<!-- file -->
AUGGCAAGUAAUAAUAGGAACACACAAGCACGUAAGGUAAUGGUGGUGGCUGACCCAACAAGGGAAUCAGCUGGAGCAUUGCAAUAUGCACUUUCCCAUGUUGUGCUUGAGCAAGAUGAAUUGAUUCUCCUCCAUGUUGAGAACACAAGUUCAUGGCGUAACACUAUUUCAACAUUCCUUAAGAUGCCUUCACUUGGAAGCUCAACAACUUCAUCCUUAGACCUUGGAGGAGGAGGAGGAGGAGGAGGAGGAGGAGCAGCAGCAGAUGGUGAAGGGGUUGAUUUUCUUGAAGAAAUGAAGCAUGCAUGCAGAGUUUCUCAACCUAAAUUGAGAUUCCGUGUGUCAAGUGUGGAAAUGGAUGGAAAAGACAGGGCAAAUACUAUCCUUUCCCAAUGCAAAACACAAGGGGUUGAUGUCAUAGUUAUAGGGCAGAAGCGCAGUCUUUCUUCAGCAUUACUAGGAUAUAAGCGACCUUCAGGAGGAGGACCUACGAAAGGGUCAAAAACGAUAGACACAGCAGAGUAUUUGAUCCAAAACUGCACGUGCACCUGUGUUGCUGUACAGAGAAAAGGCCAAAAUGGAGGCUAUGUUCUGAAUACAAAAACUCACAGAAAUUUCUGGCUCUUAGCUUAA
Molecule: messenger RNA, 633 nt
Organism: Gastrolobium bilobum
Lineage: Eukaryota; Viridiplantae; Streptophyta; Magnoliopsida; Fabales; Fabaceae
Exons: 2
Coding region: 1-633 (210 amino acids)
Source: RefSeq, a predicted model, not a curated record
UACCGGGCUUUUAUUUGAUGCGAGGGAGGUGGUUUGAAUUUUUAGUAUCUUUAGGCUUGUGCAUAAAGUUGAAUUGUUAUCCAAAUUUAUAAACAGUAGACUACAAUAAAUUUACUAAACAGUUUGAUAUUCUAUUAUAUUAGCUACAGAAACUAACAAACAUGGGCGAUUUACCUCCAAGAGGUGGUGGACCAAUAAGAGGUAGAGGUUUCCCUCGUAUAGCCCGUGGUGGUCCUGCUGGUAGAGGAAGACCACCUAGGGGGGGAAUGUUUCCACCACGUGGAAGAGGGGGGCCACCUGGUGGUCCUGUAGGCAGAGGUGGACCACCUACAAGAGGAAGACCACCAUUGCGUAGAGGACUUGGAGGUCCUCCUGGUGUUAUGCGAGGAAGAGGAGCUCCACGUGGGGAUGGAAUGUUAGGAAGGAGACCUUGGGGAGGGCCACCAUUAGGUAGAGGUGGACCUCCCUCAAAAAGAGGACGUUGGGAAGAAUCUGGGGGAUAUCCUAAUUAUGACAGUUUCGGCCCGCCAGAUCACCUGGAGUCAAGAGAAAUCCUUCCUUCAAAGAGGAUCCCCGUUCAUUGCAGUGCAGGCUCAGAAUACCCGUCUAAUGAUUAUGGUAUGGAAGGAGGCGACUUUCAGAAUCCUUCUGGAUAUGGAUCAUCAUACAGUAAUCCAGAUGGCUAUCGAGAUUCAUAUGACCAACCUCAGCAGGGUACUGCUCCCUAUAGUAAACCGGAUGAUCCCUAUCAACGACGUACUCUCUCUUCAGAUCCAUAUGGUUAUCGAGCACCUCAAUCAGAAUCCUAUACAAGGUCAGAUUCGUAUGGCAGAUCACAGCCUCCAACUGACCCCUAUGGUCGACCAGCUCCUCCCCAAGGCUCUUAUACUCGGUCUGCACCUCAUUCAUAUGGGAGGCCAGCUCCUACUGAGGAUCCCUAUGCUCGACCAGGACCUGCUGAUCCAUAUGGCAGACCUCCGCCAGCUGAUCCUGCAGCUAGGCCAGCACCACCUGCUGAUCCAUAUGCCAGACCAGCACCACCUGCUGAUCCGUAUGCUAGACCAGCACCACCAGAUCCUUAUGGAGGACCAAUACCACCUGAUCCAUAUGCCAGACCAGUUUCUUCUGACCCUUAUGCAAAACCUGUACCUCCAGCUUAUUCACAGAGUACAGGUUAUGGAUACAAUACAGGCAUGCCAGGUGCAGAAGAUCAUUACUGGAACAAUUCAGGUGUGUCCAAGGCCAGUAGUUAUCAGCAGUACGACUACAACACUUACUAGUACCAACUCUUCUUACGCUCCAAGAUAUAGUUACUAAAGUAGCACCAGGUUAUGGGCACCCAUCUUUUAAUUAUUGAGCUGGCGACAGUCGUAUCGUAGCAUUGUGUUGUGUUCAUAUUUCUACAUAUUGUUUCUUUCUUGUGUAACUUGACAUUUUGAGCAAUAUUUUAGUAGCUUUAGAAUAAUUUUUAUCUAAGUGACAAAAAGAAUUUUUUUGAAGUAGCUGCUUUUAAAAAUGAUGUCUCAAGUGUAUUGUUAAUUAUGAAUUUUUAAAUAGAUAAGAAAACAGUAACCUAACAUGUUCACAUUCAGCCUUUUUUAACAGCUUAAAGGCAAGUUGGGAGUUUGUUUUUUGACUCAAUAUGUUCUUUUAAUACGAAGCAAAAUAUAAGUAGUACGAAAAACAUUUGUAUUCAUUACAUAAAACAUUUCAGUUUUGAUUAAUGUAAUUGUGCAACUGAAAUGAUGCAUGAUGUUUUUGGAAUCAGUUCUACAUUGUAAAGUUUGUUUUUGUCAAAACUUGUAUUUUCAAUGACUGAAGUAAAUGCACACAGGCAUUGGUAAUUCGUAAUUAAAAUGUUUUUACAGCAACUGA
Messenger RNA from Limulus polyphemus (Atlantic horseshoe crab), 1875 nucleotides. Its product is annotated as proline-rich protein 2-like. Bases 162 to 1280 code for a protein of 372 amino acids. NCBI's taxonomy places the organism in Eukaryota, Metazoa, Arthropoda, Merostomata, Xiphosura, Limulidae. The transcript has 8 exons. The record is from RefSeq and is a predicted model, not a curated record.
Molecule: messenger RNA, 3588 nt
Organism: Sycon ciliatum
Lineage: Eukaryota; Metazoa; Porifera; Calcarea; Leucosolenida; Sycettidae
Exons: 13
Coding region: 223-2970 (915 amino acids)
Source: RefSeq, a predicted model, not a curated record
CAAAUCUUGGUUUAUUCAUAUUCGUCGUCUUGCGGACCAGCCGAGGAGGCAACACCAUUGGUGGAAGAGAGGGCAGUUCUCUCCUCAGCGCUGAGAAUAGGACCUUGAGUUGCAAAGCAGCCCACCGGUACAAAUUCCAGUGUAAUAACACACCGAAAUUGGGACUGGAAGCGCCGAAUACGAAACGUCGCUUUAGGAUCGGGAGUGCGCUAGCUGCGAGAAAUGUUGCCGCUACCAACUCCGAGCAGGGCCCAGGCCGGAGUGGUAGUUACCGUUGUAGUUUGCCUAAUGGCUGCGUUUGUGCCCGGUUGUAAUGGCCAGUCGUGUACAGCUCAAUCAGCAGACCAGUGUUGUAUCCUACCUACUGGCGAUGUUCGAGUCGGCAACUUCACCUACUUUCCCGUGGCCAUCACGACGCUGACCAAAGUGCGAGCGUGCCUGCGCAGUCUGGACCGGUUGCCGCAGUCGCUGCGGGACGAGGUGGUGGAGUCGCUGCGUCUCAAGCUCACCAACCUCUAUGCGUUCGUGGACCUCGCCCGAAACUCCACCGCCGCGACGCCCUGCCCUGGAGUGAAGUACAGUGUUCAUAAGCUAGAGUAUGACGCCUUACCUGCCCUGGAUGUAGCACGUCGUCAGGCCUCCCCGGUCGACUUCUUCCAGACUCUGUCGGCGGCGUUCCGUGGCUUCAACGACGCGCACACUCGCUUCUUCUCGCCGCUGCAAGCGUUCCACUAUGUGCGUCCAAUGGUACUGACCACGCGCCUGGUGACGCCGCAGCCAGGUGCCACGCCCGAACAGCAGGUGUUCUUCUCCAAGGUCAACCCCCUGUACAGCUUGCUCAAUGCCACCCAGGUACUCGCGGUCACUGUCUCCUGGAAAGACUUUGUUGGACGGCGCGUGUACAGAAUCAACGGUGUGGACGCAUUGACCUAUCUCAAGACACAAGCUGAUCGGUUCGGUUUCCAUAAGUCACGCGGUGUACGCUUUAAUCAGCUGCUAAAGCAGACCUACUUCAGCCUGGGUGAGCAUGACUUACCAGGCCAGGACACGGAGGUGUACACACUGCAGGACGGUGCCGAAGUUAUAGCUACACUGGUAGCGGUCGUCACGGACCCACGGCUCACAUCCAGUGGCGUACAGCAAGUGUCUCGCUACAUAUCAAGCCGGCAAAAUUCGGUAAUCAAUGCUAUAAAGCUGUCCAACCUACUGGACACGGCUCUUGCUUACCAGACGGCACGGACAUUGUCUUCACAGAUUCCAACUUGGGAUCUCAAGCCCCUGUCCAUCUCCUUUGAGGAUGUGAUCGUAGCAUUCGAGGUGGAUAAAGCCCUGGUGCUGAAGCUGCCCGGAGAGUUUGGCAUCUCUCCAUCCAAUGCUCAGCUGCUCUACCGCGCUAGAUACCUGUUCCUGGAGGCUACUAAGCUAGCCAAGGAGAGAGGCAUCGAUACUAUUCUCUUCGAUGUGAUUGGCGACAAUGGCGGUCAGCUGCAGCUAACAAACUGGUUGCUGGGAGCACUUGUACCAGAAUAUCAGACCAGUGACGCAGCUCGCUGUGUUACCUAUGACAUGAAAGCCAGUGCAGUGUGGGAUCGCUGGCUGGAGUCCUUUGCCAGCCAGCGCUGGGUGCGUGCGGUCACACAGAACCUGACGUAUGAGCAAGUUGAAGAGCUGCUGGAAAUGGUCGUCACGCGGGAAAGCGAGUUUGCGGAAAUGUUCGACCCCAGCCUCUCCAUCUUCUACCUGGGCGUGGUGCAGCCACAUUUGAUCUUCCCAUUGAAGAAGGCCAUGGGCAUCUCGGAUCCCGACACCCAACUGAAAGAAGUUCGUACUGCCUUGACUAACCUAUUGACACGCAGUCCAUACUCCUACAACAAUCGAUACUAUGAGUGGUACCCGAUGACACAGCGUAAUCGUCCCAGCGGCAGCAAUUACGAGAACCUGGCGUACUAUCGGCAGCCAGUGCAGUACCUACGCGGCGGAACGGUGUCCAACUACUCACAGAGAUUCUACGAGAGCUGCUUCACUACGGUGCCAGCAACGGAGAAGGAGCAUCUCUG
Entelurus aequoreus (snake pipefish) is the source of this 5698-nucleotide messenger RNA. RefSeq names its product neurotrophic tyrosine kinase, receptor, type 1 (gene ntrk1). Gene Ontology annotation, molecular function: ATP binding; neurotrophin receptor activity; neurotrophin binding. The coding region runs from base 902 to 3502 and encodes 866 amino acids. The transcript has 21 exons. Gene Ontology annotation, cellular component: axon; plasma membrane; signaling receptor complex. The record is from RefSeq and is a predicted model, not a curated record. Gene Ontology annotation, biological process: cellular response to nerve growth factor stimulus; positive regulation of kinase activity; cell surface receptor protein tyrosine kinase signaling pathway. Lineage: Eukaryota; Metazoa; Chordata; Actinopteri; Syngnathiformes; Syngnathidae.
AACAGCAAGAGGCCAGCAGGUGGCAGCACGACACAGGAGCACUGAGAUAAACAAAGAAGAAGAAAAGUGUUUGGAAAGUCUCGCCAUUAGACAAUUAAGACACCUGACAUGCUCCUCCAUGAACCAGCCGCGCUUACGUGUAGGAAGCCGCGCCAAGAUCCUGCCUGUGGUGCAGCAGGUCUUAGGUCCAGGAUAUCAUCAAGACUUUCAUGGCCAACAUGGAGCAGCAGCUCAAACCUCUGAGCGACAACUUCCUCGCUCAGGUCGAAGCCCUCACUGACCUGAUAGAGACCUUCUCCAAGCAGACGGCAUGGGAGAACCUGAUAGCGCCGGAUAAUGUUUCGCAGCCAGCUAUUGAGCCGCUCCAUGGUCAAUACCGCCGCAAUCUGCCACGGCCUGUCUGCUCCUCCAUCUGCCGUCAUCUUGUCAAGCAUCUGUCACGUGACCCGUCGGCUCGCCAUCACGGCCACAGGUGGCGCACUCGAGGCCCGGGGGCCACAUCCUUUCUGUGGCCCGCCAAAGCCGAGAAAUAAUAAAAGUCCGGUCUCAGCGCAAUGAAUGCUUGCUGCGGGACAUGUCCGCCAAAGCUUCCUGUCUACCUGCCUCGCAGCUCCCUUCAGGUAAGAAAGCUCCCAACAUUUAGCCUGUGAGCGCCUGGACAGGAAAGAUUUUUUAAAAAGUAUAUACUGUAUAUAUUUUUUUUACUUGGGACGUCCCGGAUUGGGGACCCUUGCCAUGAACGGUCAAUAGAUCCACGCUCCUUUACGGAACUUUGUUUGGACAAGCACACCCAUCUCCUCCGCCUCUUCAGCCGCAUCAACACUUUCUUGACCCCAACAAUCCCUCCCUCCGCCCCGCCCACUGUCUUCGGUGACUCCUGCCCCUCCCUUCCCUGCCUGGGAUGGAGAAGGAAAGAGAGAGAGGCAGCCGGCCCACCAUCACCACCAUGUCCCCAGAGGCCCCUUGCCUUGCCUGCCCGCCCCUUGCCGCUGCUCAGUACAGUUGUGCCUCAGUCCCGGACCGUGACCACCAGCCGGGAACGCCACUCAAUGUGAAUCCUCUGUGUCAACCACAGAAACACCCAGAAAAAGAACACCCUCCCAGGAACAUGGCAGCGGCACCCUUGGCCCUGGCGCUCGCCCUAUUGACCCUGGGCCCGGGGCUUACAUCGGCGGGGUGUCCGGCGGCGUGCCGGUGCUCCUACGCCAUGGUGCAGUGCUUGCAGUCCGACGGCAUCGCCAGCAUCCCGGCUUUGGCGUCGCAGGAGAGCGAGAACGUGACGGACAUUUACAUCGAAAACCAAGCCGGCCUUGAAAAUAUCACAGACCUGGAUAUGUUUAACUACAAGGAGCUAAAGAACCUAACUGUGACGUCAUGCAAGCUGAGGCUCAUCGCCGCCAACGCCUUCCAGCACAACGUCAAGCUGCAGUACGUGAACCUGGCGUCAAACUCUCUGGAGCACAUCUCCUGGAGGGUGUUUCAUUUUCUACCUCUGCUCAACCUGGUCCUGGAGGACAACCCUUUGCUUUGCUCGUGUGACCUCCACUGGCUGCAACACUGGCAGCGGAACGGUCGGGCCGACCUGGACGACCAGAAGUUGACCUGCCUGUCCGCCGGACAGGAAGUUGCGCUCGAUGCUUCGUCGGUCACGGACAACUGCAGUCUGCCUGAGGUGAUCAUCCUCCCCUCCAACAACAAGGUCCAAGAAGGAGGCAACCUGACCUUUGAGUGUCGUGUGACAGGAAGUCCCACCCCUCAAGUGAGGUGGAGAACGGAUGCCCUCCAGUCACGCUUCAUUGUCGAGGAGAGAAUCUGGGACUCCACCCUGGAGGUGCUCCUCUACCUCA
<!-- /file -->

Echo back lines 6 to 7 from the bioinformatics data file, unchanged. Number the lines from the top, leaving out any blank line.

Coding region: 1-633 (210 amino acids)
Source: RefSeq, a predicted model, not a curated record